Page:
Keep in mind that these modeling programs are designed to do all kinds of stuff that has nothing to do with games, such as making animated movies for example. So, you may never use 80% of what's in the modeling program. And a lot of modeling tutorials that teach you how to use these programs may not be teaching you how to use them for games.

 

Basically, you sculpt your model trying to keep it under a few thousand triangles. Then you "UV un-wrap" it to produce a UV map. You export the UV Map as an image. You take the UV image and import it into Photoshop or whatever you want to use and you paint this UV color map (texture). Then you can bring it back into your modeling program and UV wrap it and it paints your model. That step takes you from "1980's" graphics to "1990's" graphics. The main thing you need to do to bring it closer to the modern era is to bake a normal map. Without going into the details of what a normal map is, the process is basically to take your low poly (low triangle count) model and the UV Map, and then create a very high poly model (with maybe a million triangles in it) and project that high poly surface onto the UV mapped low poly model and capture it into an image file by baking it. This produces an image file called a normal map. When you properly apply the normal map, you have a very low poly model that appears to have all the detail of a very high poly model. There are other maps you can apply, such as an ambient occlusion map and a specular map for example.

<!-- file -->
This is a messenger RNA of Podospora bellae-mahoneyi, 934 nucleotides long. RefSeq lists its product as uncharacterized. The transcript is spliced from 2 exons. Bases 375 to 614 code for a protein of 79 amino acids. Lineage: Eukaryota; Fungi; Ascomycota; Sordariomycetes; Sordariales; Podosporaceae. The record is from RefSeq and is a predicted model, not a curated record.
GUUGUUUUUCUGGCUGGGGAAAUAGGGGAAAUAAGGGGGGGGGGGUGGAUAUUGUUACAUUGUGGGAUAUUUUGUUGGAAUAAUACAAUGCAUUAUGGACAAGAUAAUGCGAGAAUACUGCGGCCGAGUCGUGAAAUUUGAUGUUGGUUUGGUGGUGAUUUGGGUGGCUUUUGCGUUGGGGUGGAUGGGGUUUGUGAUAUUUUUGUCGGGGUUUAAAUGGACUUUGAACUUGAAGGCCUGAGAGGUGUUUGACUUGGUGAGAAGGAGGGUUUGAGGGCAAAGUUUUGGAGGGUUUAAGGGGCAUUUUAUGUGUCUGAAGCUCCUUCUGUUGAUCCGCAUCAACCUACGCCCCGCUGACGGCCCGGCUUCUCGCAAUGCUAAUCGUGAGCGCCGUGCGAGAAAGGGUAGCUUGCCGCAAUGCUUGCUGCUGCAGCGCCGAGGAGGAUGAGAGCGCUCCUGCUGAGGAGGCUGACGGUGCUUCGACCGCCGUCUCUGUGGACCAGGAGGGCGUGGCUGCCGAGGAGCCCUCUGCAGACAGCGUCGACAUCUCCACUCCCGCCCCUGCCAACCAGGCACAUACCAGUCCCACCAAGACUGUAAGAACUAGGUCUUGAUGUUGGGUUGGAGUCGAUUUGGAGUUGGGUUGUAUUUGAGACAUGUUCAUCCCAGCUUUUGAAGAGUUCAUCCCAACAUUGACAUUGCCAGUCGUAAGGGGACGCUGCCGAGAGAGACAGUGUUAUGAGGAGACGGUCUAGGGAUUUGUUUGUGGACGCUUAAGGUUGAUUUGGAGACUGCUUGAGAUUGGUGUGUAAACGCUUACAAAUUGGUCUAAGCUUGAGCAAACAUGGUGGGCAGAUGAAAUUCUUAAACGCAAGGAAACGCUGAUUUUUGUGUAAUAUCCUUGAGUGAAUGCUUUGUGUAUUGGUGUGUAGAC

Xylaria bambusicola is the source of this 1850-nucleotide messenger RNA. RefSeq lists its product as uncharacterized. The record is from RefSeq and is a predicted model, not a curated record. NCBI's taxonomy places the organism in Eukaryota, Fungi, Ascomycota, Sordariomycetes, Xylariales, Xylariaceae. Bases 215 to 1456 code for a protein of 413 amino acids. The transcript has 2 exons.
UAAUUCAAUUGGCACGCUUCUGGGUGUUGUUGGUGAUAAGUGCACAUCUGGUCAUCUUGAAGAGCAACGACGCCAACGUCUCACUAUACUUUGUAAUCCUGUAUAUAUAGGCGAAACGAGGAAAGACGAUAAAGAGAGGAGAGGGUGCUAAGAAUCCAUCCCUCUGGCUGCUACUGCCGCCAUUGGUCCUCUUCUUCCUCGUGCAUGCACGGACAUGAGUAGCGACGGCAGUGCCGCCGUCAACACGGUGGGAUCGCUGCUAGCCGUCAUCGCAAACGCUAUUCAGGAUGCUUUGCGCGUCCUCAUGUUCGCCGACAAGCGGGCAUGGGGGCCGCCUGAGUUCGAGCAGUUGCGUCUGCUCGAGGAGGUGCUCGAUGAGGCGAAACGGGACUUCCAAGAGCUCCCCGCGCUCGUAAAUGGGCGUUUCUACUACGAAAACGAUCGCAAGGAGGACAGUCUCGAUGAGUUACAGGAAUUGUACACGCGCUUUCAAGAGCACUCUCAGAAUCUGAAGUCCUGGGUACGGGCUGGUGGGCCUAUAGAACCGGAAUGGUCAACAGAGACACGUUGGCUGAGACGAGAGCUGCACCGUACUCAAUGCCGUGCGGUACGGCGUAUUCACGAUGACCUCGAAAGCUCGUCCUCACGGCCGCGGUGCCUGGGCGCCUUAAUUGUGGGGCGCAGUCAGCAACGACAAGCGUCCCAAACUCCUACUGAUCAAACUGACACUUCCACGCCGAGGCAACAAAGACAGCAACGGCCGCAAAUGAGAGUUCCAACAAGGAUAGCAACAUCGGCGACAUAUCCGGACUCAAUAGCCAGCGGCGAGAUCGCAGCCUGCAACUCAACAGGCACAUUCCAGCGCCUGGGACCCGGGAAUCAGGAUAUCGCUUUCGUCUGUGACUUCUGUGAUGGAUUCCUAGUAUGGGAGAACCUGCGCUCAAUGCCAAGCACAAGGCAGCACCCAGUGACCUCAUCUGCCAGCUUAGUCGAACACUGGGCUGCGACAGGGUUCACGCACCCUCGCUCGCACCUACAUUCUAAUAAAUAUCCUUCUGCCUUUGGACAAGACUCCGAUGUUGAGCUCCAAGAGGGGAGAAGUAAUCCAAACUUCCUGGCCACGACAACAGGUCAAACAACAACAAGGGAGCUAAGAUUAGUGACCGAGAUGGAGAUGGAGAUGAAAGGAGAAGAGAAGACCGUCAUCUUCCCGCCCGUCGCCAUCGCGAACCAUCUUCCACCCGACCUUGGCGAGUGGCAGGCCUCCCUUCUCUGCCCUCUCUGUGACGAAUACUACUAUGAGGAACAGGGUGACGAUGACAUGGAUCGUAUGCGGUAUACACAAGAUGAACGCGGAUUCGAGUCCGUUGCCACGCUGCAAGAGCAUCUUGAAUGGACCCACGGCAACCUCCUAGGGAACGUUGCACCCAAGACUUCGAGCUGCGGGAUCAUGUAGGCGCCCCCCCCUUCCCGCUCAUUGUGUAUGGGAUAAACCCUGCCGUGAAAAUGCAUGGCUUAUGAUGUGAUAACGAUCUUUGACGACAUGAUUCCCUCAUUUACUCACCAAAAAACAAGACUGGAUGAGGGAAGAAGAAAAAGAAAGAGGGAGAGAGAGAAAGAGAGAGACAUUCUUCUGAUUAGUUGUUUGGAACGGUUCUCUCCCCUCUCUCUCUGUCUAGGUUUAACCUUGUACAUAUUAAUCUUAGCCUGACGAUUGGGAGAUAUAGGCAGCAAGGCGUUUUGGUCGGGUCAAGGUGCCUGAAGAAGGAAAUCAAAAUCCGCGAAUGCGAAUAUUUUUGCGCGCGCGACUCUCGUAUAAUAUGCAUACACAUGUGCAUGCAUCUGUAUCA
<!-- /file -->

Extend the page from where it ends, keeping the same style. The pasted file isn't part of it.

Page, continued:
Anyway, you export the model to a file and then you have all the map files. You should be able to import all that into whatever you're using and then you have models to put into your game. (Or you can buy them from the Unity store. ;-))

 

Now animation is a bit tricky. It's at least an intermediate subject. Animation in Unity is pretty easy, relatively speaking.

 

You have two types of animation. You have rigid animation, which is often done in code rather than in your modeling program. But in the modeling program you probably still define parent child relationships that are necessary for rigid animation. This is typically used for machines such as cars where the program will likely animate the wheels. It's fairly easy to do in code.